DEXA helps predict mortality in heart surgery patients

By Will Morton, staff writer

August 17, 2021 -- Measurements of muscle mass on dual-energy x-ray absorptiometry (DEXA) can help predict survival in older cardiac surgery patients, according to a study published in the September issue of the American Heart Journal.

Canadian researchers measured muscle mass on DEXA and muscle strength (chair rise test) in patients undergoing heart surgery and found patients with low scores had a three-fold increased risk of mortality after four years. The finding suggests measuring muscle mass provides valuable information for managing high-risk heart surgery patients.

"Lower-extremity muscle strength and [DEXA]-based muscle mass are objective indicators of sarcopenia that are independently predictive of all-cause mortality in older cardiac surgery patients," wrote first author Aayushi Joshi of McGill University, and colleagues.

Studies using CT scans suggest low muscle mass is a potentially important risk factor for adverse outcomes following cardiac surgery. On the other hand, DEXA offers less ionizing radiation at a lower cost than CT, higher accuracy than bioimpedance, and greater accessibility in most hospitals for routine use in bone density evaluation, the authors stated.

Despite this appeal, there has yet to be a study examining DEXA-based muscle mass in the setting of cardiac surgery, according to the authors. In this prospective study, the researchers sought to determine the prevalence and prognostic value of sarcopenia (loss of muscle mass) measured by DEXA and physical performance tests in patients undergoing heart surgery.

The researchers enlisted 141 patients 45 years or older (79% men) referred to Jewish General Hospital in Montreal for coronary artery bypass graft surgery and/or heart valve repair or replacement procedures between February 2013 and January 2017.

Participants were categorized as sarcopenic if they had low appendicular muscle mass on DEXA, defined as greater than 7 kg/m2 for men or greater than 5.5 kg/m2 for women. Low muscle strength was determined by five chair-rise times in 15 seconds or more.

Cox proportional hazards regression was used to test the association between sarcopenia and all-cause mortality over a median follow-up of 4.3 years. The primary outcome was all-cause mortality up to the last available follow-up time ascertained by a combination of medical records, linkage with administrative data sources, and contact with patients or their family members.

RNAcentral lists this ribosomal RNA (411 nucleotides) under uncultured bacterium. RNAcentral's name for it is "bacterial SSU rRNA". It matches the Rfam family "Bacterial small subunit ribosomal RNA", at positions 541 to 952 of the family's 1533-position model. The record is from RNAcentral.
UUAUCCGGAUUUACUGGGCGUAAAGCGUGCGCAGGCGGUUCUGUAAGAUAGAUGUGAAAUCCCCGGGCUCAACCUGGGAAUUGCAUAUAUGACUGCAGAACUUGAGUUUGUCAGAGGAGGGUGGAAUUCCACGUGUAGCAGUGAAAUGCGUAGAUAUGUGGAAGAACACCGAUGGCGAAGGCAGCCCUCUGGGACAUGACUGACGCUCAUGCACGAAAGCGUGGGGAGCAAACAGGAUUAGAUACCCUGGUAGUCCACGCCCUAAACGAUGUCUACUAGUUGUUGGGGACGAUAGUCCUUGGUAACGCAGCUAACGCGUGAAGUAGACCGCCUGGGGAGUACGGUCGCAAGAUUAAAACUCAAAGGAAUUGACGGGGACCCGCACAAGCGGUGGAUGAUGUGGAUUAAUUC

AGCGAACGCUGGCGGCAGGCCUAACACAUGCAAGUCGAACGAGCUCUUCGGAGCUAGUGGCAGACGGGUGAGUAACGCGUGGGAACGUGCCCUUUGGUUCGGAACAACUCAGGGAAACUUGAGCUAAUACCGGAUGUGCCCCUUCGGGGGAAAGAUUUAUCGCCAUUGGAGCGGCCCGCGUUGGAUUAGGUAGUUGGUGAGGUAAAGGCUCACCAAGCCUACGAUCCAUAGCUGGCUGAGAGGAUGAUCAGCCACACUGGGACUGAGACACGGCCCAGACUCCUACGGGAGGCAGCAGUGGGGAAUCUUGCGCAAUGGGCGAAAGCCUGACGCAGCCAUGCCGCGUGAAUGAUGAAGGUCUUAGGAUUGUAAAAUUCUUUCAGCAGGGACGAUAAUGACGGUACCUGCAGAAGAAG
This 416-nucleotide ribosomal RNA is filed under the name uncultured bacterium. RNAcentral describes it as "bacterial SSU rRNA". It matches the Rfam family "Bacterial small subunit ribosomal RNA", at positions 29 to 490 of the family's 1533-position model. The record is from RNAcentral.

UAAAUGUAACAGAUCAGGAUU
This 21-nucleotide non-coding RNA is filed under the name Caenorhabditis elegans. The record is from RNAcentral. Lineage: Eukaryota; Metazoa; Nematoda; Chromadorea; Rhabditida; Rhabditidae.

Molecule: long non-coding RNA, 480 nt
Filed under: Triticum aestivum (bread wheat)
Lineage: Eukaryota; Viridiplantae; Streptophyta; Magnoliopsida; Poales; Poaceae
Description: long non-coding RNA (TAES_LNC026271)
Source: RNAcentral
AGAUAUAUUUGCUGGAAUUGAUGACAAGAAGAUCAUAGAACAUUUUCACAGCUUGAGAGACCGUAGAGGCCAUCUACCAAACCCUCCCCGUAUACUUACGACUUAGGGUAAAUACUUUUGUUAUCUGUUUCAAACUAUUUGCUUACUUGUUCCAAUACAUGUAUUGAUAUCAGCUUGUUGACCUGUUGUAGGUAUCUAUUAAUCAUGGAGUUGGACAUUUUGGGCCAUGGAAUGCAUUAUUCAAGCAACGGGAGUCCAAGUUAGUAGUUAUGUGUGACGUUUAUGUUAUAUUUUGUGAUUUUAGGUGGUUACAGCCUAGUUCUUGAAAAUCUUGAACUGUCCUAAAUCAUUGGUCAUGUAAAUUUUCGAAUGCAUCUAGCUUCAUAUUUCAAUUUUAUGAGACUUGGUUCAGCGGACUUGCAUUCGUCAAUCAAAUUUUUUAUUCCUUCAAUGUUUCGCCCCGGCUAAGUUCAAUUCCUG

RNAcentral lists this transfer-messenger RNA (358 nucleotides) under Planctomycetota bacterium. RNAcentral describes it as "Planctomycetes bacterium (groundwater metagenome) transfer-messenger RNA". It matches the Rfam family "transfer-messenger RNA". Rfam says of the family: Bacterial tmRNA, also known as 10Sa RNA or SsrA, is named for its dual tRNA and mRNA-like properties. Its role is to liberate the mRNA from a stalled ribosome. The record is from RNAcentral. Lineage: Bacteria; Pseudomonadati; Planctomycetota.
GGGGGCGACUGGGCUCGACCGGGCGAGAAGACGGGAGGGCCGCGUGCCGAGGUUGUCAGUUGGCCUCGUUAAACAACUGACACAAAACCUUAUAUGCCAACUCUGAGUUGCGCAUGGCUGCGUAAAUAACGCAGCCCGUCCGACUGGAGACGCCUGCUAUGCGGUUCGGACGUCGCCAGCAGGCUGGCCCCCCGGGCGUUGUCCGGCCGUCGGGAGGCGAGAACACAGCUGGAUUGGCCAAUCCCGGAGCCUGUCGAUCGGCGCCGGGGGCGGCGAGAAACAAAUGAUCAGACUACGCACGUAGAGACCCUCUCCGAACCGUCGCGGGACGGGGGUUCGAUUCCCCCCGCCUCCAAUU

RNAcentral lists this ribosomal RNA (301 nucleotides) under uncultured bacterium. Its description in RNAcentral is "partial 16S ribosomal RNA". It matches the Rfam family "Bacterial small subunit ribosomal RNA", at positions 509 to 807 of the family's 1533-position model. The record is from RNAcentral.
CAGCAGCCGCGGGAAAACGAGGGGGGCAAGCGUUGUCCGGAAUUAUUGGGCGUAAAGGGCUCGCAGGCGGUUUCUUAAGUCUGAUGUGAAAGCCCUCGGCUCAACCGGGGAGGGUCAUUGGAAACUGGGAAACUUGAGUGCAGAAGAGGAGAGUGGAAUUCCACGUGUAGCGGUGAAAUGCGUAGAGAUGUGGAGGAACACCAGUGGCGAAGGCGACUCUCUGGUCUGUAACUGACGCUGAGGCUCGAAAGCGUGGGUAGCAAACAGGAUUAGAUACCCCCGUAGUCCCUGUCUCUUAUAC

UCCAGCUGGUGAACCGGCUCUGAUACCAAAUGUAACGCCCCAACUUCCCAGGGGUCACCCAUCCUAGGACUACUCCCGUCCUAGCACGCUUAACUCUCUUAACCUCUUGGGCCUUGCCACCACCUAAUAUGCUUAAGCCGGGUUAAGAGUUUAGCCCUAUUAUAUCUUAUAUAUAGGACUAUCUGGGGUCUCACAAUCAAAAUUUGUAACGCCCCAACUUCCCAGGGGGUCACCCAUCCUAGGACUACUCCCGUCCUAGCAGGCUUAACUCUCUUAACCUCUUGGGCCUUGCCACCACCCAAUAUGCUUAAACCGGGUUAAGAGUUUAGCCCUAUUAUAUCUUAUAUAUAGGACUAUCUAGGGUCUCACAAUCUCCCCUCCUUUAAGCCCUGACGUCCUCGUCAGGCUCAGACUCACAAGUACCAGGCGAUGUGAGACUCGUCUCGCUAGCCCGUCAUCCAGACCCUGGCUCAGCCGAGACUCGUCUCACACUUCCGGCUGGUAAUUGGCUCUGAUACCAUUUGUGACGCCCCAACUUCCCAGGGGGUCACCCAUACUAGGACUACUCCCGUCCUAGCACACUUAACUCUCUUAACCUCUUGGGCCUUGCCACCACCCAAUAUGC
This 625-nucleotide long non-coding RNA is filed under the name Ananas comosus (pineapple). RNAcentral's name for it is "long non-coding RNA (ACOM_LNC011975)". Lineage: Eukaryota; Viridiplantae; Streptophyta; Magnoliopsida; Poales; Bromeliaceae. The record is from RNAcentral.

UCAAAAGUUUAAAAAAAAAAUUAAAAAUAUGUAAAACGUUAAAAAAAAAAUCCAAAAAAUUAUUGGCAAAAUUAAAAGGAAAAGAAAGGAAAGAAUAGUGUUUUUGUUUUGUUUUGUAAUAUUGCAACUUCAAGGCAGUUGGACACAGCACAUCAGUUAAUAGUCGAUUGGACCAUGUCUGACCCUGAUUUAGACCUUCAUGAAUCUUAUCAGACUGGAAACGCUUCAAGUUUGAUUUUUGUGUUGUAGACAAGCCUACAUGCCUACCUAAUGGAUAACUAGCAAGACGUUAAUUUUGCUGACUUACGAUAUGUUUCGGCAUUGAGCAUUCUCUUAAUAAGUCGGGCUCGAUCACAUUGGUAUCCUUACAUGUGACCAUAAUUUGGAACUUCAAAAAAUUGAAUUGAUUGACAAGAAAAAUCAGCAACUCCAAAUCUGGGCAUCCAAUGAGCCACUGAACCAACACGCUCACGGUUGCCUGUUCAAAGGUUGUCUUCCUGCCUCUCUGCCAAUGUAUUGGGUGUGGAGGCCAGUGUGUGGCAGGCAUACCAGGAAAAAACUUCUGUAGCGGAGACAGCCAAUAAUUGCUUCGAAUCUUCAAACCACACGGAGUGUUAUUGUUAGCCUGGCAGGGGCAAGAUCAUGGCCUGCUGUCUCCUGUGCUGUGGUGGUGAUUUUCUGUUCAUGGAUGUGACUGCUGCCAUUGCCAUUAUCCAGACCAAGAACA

The prevalence rates of low muscle mass, slow chair rise time, and sarcopenia (low muscle mass and slow chair rise time) were 24%, 57%, 13%. The four-year survival rate was 79% in the nonsarcopenic group, as compared with 56% in the sarcopenic group.

When sarcopenia was defined as low muscle mass with a cutoff of less than 8 kg/m2 for men and women plus slow chair rise time, the prevalence of sarcopenia was 28%, and it was associated with an adjusted HR of 2.98.

Classification tree with sarcopenia parameters to predict mortality Modified algorithm to identify sarcopenic patients at increased risk
Classification tree with sarcopenia parameters to predict mortality Modified algorithm to identify sarcopenic patients at increased risk; the Classification and Regression Tree (CART) survival analysis identified the same chair rise cutoff of ≥ 15 seconds but a different Appendicular Muscle Mass Index (AMMI) cutoff of < 8.0 kg/m2 in men and women. Image and caption courtesy of the American Heart Journal.

"Risk analysis demonstrated sarcopenia was associated with an approximate three-fold increased risk of all-cause mortality among cardiac surgery patients," the researchers wrote.

The researchers suggested a clinical approach based on the results: Start with the chair-rise test to screen for physical frailty and sarcopenia. Patients who complete the test in less than 15 seconds are unlikely to be sarcopenic, while those that cannot may be evaluated further for muscle mass on DEXA.

The authors noted limitations, namely that participants were mostly male -- not unexpected given the higher prevalence of coronary artery disease in men -- and that the study was conducted at a single academic center with one type of DEXA scanner.

"Additional research is needed in multicenter cohorts with larger numbers of female patients to better define the optimal cutoffs ... and to validate the prognostic value with various types of DEXA scanners," the researchers concluded.

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